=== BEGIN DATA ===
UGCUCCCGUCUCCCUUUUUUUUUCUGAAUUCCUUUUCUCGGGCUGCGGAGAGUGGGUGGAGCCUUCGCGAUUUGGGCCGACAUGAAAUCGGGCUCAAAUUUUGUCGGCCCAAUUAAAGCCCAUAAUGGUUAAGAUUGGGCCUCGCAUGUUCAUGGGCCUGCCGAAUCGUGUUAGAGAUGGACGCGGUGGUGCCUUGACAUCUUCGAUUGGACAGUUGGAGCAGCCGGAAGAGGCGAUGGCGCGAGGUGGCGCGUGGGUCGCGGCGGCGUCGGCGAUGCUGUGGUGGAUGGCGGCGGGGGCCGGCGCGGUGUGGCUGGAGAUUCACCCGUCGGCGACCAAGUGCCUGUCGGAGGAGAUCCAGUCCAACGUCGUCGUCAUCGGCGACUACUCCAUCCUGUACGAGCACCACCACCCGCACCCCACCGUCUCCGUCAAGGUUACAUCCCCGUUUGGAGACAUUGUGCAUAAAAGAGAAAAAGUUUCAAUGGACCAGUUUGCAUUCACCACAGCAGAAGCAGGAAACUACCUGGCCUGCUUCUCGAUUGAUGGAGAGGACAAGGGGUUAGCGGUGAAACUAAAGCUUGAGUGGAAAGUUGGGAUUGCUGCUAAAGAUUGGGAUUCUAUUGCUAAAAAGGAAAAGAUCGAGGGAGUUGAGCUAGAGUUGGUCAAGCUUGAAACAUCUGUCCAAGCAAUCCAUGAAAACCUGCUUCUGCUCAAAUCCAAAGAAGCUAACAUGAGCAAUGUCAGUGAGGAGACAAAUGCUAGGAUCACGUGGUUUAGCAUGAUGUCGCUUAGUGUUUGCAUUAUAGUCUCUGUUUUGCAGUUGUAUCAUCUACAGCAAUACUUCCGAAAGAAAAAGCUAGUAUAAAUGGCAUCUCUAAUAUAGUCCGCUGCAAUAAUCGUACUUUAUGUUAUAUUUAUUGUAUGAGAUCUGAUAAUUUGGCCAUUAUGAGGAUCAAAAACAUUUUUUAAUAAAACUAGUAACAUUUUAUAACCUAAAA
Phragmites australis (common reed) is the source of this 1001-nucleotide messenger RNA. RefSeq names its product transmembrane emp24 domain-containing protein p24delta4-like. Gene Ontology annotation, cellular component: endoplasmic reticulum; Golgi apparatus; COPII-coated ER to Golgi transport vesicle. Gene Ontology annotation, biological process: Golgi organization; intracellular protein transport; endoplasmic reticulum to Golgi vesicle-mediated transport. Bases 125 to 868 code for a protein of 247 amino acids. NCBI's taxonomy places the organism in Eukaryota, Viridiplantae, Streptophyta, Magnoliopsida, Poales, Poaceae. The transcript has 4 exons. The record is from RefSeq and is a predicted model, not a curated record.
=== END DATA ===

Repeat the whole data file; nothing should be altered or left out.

UGCUCCCGUCUCCCUUUUUUUUUCUGAAUUCCUUUUCUCGGGCUGCGGAGAGUGGGUGGAGCCUUCGCGAUUUGGGCCGACAUGAAAUCGGGCUCAAAUUUUGUCGGCCCAAUUAAAGCCCAUAAUGGUUAAGAUUGGGCCUCGCAUGUUCAUGGGCCUGCCGAAUCGUGUUAGAGAUGGACGCGGUGGUGCCUUGACAUCUUCGAUUGGACAGUUGGAGCAGCCGGAAGAGGCGAUGGCGCGAGGUGGCGCGUGGGUCGCGGCGGCGUCGGCGAUGCUGUGGUGGAUGGCGGCGGGGGCCGGCGCGGUGUGGCUGGAGAUUCACCCGUCGGCGACCAAGUGCCUGUCGGAGGAGAUCCAGUCCAACGUCGUCGUCAUCGGCGACUACUCCAUCCUGUACGAGCACCACCACCCGCACCCCACCGUCUCCGUCAAGGUUACAUCCCCGUUUGGAGACAUUGUGCAUAAAAGAGAAAAAGUUUCAAUGGACCAGUUUGCAUUCACCACAGCAGAAGCAGGAAACUACCUGGCCUGCUUCUCGAUUGAUGGAGAGGACAAGGGGUUAGCGGUGAAACUAAAGCUUGAGUGGAAAGUUGGGAUUGCUGCUAAAGAUUGGGAUUCUAUUGCUAAAAAGGAAAAGAUCGAGGGAGUUGAGCUAGAGUUGGUCAAGCUUGAAACAUCUGUCCAAGCAAUCCAUGAAAACCUGCUUCUGCUCAAAUCCAAAGAAGCUAACAUGAGCAAUGUCAGUGAGGAGACAAAUGCUAGGAUCACGUGGUUUAGCAUGAUGUCGCUUAGUGUUUGCAUUAUAGUCUCUGUUUUGCAGUUGUAUCAUCUACAGCAAUACUUCCGAAAGAAAAAGCUAGUAUAAAUGGCAUCUCUAAUAUAGUCCGCUGCAAUAAUCGUACUUUAUGUUAUAUUUAUUGUAUGAGAUCUGAUAAUUUGGCCAUUAUGAGGAUCAAAAACAUUUUUUAAUAAAACUAGUAACAUUUUAUAACCUAAAA
Phragmites australis (common reed) is the source of this 1001-nucleotide messenger RNA. RefSeq names its product transmembrane emp24 domain-containing protein p24delta4-like. Gene Ontology annotation, cellular component: endoplasmic reticulum; Golgi apparatus; COPII-coated ER to Golgi transport vesicle. Gene Ontology annotation, biological process: Golgi organization; intracellular protein transport; endoplasmic reticulum to Golgi vesicle-mediated transport. Bases 125 to 868 code for a protein of 247 amino acids. NCBI's taxonomy places the organism in Eukaryota, Viridiplantae, Streptophyta, Magnoliopsida, Poales, Poaceae. The transcript has 4 exons. The record is from RefSeq and is a predicted model, not a curated record.